AI promises many things.
One of these things is the potential to reduce the LOE required by humans to do certain types of work, such as analysis. In fact, not only does it reduce it, but it can also go well beyond this, achieving the types of analysis that no human could do.
If your team could just find those statistical patterns, you could optimize spend, save on operational costs, detect anomalies, inject intelligence, know who to market the latest widget to, and the like. Stats. Data. Analysis. Tooling. It takes big budgets, lots of data wrangling, and infrastructure to do this.
Whack the mole.
The thing is, you can get all of the tech right (assuming you don't just codify in ML code the existing biases and problems in your data or org), but you will still fail if the technology requires humans to properly make decisions with it, and integrate it into the business.
Many places aren't ready to fully automate and remove humans from all the decision making. Even the Central Intelligence Agency is focused on augmenting decision making with machine learning right now, not on automating everything with ML.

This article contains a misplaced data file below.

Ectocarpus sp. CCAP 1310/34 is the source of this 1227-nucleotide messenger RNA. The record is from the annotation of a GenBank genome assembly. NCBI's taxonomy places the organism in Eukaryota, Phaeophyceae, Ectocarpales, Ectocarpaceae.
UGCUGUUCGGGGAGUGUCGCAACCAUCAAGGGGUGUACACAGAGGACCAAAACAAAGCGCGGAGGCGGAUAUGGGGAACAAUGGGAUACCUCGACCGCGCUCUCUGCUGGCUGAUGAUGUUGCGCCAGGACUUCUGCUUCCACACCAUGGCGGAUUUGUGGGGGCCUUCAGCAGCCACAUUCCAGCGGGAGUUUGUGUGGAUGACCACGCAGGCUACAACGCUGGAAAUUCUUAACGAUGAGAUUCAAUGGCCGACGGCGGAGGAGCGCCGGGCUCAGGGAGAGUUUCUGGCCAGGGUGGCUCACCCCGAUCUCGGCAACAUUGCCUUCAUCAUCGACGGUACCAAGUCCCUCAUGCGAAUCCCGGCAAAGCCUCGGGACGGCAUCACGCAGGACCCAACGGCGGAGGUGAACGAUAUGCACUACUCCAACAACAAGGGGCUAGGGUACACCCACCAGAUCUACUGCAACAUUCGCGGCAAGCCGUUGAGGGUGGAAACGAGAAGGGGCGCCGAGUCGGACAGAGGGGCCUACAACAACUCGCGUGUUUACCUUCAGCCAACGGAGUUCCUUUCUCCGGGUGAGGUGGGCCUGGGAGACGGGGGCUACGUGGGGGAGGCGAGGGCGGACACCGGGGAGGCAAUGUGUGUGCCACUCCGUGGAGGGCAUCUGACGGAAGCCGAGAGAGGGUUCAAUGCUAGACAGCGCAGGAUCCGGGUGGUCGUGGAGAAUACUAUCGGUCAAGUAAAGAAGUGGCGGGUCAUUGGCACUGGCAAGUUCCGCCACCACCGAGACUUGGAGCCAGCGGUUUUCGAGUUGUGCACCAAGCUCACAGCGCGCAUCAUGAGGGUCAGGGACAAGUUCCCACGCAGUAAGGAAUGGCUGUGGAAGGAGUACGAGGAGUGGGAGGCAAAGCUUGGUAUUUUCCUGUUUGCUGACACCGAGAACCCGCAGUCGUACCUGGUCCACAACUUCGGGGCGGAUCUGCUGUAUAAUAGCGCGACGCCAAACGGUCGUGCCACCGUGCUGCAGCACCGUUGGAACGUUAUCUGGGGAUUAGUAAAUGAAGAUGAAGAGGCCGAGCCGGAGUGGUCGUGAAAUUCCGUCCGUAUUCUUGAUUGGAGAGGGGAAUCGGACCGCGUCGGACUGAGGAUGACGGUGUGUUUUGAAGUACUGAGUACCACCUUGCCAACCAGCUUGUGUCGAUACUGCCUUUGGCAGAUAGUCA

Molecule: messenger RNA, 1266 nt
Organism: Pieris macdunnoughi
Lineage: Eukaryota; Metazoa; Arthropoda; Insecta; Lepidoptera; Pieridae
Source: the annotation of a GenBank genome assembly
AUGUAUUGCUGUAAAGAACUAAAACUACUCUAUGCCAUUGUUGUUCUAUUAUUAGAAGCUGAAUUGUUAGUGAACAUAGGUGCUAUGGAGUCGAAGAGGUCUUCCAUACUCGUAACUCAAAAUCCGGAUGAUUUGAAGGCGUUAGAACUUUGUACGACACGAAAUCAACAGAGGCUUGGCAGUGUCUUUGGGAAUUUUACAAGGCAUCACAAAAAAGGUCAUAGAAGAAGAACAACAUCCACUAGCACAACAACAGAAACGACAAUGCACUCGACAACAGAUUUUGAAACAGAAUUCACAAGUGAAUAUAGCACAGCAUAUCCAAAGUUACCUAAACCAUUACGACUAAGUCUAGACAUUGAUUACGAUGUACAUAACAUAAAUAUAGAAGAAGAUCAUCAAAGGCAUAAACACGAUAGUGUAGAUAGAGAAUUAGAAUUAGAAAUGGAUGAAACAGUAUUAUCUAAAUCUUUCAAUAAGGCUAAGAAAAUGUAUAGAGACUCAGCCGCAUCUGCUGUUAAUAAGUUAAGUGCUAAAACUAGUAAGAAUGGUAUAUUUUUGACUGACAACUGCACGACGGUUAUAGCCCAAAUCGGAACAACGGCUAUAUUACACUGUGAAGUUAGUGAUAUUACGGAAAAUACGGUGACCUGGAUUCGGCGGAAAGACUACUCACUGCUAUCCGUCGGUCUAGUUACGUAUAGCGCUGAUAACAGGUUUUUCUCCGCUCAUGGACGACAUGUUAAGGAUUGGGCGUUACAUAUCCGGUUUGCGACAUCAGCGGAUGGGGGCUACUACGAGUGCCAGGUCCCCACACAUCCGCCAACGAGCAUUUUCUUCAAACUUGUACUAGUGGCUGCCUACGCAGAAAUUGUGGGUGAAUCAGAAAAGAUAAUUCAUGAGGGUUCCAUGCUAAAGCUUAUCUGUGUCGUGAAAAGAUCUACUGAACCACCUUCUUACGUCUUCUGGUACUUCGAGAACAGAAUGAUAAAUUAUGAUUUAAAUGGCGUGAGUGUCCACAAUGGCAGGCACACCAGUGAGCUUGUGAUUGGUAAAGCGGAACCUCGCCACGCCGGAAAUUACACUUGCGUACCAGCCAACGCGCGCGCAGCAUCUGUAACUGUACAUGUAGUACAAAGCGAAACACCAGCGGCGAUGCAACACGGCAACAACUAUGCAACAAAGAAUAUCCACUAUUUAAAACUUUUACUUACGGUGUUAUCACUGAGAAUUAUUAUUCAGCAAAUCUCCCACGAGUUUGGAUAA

So we're back to the humans being a variable—a big one—in the success of the technology. AI or otherwise.
Just because you can model it does not mean you should, or that if you do, it will guarantee that the organization will unlock the promised value—because there's still the human engagement part.
This part is likely not in your tech stack, but perhaps it should be—if you're going to look at the human factors as part of an IT investment.
Design asks us to ask, will the humans use it? Trust it? Value it? Understand it? Are they motivated? What's the cost to them personally (or to external communities they care about) if it's wrong?
The last mile—where humans get involved—may be where your AI will sink or swim.
So, how much of the $5M, $50M, or $500M in your AI strategy will be spent on ensuring the human part of the system would not break down, even if the tech parts are just fine?
There is no magic data viz or package on Git that will do that for you, but good design might help.
If you're a data science, analytics, or technical product leader looking for a step-by-step process on how to create useful, usable decision support applications with your data, my Seminar—Designing Human-Centered Data Products—will teach you skills you can immediately apply to your work, so that your data outputs start to produce business outcomes.